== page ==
ManageEngine OpManager, a powerful NMS for monitoring your network, physical & virtual (VMware/ HyperV) servers & other IT devices. Deploy and start monitoring in less than an hour. Trusted by over a million admins world-wide. Try it for free.
A group of newspaper publishers last week sent what amounted to a cease-and-desist letter to Brave Software, which offers the HTTPS Brave browser with built-in ad blocking and tracking protection.
Brave has offered to let publishers make money off blocked ads by partnering with them "for a lower fee than they pay their third-party data-tracking partners," CEO Brendan Eich said. The publishers "can use our private analytics and anonymous confirmations instead."
The publishers can get up to 70 percent of the revenue from ads published jointly with Brave, as opposed to the 45 percent they normally would get.
They would get 55 percent straight off, and customers, who get 15 percent, can decide to donate that to the publishers, Brave said. Another 15 percent would go to Brave's supply-side platform partner, and Brave would get the remaining 15 percent.
"Your plan to use our content to sell your advertising is indistinguishable from a plan to steal our content to publish on your own website." The publishers refused to accept "any compensation or consideration Brave plans to offer," the letter said.
"You are hereby notified that Brave's plan to replace our clients' paid advertising content with its own advertising violates the law, and the undersigned publishers intend to fully enforce their rights."
Advance Local, Digital First Media, Dow Jones, BH Media Group, Gannett, Gatehouse Media and McClatchy were among the 17 publishers that sent the letter.
"We're seeing more and more users express their frustration at the level of privacy invasion and the tracking that the sites are now subjecting them to," Eich told the E-Commerce Times. Users "are tired of being monetized and treated like products, or even targeted by malvertisements, and are looking for a new approach to content consumption on the Web."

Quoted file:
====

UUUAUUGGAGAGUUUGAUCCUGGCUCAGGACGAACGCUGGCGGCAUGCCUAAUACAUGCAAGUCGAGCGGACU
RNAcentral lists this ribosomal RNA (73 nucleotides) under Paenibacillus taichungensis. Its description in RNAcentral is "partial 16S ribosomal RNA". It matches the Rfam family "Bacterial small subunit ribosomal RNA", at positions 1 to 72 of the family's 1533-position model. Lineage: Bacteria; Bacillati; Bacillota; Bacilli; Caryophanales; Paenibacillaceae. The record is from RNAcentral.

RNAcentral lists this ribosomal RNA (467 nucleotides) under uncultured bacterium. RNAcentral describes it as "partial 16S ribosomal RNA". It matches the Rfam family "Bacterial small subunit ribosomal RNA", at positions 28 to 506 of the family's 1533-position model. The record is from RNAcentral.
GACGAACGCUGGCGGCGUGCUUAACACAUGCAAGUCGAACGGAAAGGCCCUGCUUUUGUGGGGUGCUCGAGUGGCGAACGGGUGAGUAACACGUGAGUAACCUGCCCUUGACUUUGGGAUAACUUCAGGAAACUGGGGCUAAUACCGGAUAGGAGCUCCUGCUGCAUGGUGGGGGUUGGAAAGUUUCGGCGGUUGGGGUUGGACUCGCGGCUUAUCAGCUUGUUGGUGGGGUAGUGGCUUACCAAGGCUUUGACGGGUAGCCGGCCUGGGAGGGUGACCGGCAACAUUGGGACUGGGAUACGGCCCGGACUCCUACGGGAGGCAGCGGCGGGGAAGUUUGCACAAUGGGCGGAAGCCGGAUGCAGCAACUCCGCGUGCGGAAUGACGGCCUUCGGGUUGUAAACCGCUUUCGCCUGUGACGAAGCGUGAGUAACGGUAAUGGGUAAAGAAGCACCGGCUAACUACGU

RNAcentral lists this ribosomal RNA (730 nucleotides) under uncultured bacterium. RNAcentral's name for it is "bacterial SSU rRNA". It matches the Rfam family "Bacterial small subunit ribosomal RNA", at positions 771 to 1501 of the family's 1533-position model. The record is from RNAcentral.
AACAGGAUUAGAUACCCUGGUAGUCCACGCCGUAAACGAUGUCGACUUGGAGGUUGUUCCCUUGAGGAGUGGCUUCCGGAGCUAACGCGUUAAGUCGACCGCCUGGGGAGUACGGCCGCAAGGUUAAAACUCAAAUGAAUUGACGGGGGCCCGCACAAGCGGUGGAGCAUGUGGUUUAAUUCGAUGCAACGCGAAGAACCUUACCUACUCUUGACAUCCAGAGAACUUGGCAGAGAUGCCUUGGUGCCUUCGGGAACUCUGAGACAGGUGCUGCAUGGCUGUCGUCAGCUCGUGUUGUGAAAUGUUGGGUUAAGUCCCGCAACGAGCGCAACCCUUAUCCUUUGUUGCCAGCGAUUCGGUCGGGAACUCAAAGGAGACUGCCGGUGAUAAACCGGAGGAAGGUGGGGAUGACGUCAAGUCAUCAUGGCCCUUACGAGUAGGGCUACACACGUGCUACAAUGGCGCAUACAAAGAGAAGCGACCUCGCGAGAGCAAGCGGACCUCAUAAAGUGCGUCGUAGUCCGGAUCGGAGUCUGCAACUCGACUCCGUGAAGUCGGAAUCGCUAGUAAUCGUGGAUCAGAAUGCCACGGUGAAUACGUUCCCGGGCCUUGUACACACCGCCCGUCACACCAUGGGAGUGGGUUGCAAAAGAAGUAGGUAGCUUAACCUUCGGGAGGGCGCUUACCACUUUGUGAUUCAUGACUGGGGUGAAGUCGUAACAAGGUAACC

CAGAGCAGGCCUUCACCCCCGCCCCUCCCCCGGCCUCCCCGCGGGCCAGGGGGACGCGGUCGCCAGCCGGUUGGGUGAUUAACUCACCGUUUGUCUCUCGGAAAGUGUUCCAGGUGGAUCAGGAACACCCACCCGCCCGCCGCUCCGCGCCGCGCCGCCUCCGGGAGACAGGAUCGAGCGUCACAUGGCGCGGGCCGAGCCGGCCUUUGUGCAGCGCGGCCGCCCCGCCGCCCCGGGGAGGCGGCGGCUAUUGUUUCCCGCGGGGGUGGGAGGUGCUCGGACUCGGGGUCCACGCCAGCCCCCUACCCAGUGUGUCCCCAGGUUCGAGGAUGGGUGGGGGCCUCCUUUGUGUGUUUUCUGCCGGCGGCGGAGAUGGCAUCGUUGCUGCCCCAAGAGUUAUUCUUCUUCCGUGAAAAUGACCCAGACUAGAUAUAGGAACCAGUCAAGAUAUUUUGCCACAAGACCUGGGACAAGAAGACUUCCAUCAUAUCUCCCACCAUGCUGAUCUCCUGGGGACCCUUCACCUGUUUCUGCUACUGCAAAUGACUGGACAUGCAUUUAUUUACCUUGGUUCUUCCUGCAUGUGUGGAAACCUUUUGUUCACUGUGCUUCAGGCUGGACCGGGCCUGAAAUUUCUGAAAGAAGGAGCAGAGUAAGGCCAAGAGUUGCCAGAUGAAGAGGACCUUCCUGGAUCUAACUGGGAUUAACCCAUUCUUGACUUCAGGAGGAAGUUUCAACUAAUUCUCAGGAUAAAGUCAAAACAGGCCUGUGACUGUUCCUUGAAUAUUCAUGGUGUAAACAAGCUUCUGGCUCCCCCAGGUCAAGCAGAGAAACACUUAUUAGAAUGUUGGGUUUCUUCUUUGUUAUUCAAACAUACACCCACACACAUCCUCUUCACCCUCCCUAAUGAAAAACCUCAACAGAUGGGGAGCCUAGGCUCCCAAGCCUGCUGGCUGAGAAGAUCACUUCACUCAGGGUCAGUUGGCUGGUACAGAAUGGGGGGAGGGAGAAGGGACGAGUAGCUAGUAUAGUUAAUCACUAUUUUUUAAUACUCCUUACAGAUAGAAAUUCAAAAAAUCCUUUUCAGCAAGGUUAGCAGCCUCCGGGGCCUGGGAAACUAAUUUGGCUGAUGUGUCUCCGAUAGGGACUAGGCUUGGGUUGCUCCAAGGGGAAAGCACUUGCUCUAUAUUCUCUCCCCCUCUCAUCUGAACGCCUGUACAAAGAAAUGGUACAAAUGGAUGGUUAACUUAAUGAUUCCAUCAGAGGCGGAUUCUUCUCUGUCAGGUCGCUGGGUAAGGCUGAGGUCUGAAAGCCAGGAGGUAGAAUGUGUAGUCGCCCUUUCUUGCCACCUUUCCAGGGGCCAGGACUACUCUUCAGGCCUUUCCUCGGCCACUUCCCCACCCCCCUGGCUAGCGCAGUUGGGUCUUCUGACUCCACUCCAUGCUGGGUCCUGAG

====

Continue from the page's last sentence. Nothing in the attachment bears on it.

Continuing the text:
An AdReaction study conducted last year found that between 40 and 48 percent of digital audiences ages 16 to 45 have a negative view of targeting, Joline McGoldrick, VP of insights at Millward Brown Digital, told the E-Commerce Times earlier this year.
"I think that ad blocking is getting to be a bigger and bigger problem for publishers, particularly when it comes to Web browsers," commented Mike Goodman, a research director at Strategy Analytics.
However, "saying, 'We're going to strip out your ads so you get nothing and then we'll insert our own ads and give you a share of the revenue' is called blackmail," he told the E-Commerce Times. "If you try to get their permission to do so and craft a business model that makes publishers want to sign up, that's another thing."
"What Brave intends to do is technically theft, but the laws, as they currently exist, don't clearly make that same determination, and Google has clearly been getting away with very similar behavior," observed Rob Enderle, principal analyst at the Enderle Group.
"However, Brave is nowhere near Google's class of company, and the end result could be case law that would be used against Google," he told the E-Commerce Times. "Google might actually move against Brave to prevent that from happening."
The publishers have the deep pockets and "should be easily able to show harm," Enderle said, "but their best bet long term is to get the laws surrounding copyright infringement to specifically call behavior like this illegal."
On the other hand, if Brave wins, "I would expect the publishing industry to pivot sharply to paywalls as a survival tactic, but that will likely speed the demise of the marginal players," he added.
Brave has "publicized the revenue-share model from the get-go," Eich said, but the NAA "never reached out to us; we found out about their letter the same morning they sent it to all the publications. We would be happy to sit down with them to discuss the Brave solution."